2. Encounter / Dissonance: May be a life change (eg, going to college) or a specific event (experiences intense racist incident, great icon is assassinated, etc) that triggers Encounter with the fact that we are all human, but not everyone is treated human. Conflicting messages that dominant culture has of one's own culture are questioned. It is said that Gandhi as we knew him was born in this stage, when he was thrown off of a train in South Africa as a Brahmin lawyer.

    3. Resistance / Immersion: Rejection of dominant culture values, often rejection of those belonging to the dominant culture. Safety found in surrounding oneself of people of like culture and experience. Emblems of ethnic pride proudly displayed. Typified by self-education, looking for community, and anger.

    4. Introspection / Emersion: After being considerably nurtured by previous stage, extreme aspects of previous stage reconsidered. Conflict in experience of people of dominant culture (friends, colleagues, icons, etc) with generalization of all people of European descent. White allies considered. Self-Education deepens on more holistic level, more of an internal process as opposed to a displaying of ethnic pride. A good example of this is when Malcolm X took his pilgrimage to Mecca, and experienced Muslims of European descent interact with him in ways that honored his humanity. This awakening led him to the last stage.

    5. Integration / Awareness: Comes to an inner place of security around ones culture, and how one is located in the dominant culture. Secure enough to even reclaim aspects of dominant culture as ones own. One is clear that we are humans, but in a very different way from stage one. Typified by activism.

    and here is a link to the pdf file for the Helm's White Identity Development Model.


    People of color are simply referred to as Black people in this model, but its otherwise pretty clear. There are more stages for people of European descent, engaging ones Whiteness is apparently no joke.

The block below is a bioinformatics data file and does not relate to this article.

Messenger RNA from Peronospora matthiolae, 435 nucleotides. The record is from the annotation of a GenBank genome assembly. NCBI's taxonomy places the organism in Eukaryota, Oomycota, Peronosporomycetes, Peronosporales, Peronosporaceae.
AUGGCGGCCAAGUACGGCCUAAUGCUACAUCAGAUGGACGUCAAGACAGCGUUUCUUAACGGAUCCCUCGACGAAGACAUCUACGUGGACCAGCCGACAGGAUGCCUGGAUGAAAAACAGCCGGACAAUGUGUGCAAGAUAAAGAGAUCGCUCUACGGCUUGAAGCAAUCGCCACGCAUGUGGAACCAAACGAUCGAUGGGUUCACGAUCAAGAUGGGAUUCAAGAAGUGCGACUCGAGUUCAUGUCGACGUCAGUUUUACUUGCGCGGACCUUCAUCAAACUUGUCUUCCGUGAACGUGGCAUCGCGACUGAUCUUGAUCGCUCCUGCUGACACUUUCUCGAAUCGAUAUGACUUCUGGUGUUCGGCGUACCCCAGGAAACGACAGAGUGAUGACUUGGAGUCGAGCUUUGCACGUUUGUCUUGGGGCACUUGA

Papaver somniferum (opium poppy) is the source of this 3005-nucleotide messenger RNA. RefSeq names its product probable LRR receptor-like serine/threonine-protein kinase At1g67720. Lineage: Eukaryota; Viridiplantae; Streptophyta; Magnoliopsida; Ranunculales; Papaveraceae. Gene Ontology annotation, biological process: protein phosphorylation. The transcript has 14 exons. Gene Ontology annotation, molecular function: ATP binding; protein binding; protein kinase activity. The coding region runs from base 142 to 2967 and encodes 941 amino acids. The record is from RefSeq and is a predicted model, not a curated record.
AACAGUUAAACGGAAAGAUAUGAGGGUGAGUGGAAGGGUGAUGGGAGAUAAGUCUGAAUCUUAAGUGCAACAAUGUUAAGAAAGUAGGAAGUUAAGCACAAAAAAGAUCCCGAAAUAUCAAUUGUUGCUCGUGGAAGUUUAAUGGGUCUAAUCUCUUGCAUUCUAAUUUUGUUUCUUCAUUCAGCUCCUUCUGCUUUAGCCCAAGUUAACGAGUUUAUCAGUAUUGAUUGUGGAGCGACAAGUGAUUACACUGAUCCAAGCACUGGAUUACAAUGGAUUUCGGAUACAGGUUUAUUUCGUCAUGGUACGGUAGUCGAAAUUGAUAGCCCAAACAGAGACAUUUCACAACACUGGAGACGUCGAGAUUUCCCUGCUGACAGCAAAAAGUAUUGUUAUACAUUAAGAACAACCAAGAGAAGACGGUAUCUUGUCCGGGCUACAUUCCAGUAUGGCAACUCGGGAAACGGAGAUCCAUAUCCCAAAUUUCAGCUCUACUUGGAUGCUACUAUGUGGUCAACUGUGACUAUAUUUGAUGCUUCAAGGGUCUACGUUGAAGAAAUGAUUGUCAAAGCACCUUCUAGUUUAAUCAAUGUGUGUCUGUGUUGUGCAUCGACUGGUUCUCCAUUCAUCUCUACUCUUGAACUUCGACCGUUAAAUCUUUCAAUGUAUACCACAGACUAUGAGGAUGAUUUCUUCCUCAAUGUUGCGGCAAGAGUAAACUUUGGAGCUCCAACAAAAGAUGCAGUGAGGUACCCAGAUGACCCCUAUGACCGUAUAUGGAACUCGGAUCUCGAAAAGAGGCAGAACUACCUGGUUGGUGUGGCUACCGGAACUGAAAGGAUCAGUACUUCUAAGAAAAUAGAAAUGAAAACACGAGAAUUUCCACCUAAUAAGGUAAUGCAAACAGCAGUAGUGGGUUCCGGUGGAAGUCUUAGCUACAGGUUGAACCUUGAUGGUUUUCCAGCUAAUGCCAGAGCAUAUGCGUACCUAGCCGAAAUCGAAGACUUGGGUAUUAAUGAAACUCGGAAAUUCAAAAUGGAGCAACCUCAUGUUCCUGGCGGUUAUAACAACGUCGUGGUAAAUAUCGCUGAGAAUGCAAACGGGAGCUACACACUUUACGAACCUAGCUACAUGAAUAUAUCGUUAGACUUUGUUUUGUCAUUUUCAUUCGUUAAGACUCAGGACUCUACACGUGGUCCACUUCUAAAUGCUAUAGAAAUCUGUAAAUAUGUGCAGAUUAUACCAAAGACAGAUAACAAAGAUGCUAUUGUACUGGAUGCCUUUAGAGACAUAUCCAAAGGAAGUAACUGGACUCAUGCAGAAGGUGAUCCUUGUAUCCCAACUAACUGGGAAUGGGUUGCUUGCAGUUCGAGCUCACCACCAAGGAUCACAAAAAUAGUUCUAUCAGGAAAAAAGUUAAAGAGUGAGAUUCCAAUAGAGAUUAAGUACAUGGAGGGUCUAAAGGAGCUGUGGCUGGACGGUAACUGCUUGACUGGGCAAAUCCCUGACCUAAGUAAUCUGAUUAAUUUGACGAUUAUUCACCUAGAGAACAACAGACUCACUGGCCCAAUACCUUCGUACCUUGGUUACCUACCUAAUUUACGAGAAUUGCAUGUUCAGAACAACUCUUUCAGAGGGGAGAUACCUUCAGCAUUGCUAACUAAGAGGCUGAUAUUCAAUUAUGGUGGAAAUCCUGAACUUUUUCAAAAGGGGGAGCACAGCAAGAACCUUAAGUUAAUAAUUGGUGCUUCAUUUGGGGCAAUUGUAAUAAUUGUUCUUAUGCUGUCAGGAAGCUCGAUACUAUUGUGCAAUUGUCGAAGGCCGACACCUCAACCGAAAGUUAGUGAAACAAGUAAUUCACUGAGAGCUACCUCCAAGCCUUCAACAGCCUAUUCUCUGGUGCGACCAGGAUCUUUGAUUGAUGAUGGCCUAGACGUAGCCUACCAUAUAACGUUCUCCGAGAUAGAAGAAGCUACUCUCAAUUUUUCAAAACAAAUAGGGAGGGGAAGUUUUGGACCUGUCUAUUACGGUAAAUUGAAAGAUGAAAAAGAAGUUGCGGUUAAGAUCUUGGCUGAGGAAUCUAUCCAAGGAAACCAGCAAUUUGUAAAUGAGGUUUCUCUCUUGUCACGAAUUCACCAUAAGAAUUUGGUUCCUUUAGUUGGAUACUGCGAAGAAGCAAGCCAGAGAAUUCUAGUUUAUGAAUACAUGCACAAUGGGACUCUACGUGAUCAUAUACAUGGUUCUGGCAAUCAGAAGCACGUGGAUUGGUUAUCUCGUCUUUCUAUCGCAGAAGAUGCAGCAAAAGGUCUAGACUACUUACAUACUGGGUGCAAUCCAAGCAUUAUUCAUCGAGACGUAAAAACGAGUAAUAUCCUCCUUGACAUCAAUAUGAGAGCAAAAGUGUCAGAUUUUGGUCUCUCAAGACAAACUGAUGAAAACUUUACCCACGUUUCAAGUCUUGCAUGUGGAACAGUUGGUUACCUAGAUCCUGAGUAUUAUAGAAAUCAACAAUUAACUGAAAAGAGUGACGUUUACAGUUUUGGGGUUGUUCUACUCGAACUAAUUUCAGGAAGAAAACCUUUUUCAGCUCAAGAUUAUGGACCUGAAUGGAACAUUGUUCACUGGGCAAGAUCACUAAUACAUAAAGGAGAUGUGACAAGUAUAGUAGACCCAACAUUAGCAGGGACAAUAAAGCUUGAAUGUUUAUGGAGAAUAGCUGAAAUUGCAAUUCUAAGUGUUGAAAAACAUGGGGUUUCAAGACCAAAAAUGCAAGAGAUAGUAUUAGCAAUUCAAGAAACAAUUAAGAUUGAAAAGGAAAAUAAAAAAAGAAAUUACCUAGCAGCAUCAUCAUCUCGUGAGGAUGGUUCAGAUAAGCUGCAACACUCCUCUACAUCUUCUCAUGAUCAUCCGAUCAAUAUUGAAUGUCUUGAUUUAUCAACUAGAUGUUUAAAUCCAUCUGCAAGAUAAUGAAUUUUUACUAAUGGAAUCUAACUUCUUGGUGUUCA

I would like to recommend that white folks read this model before critiquing/commenting on the people of color model. I would also strongly suggest that people use "I" statements, and not make claims as to where they believe anyone else is on any identity development model. Please.

    i hope people find this helpful. blessings.


    ps thank you Michelle!!

  15. In general, I encourage people to use whatever sort of language best communicates what they intend to, so long as it is honest.
    One valuable thing about the internet is totally unrestricted communication. Anyone is free to avoid reading the comments. The only comments I'll delete are outright spam.

    In this particular case most of my response is of my own experience.

    I don't doubt that this model mirrors the experiences of many. Obviously Brother Malcolm comes to mind, as well as President Obama.

    Myself, I grew up in an area of Richmond (CA) where there was representation of the 5 major continents within 1/2 a block. There was total racial integration among us kids. Once I was bullied at school and my mom and principal, in trying to figure out who had done it, asked me for a description. When they asked me the race, I honestly had no idea. I wouldn't have "claimed" to be color-blind, because I didn't know the term, but apparently I actually was.

    I have never embraced dominate culture - but I have never embraced any minority or counter-culture either. I object to the idea of culture. I don't see any way for culture to be about anything other than conformity. I think I'll write an essay about that...

    In junior high gangsta rap was the most visible of contemporary black music and it turned me off strongly to all rap, and the modern urban black youth culture it represented in general. I was consciously aware at the time that this was specifically modern urban youth culture, and not "black" culture as a whole. I didn't listen to any rap music, but did enjoy, for example, Parliament/Funkadelic, The Coasters, and Mile Davis' DooBop.
    While I rejected the culture of my peers, I don't think I held any internalized racism. I noticed the patterns of real people in front of me. For my own safety I was wary around groups of young black males, but this in no way carried over to my reaction around older black people, my self-esteem, or beliefs about race. I blamed the behavior I saw in my classmates on cultural conformity, not anything inborn. My own friends remained ethnically diverse.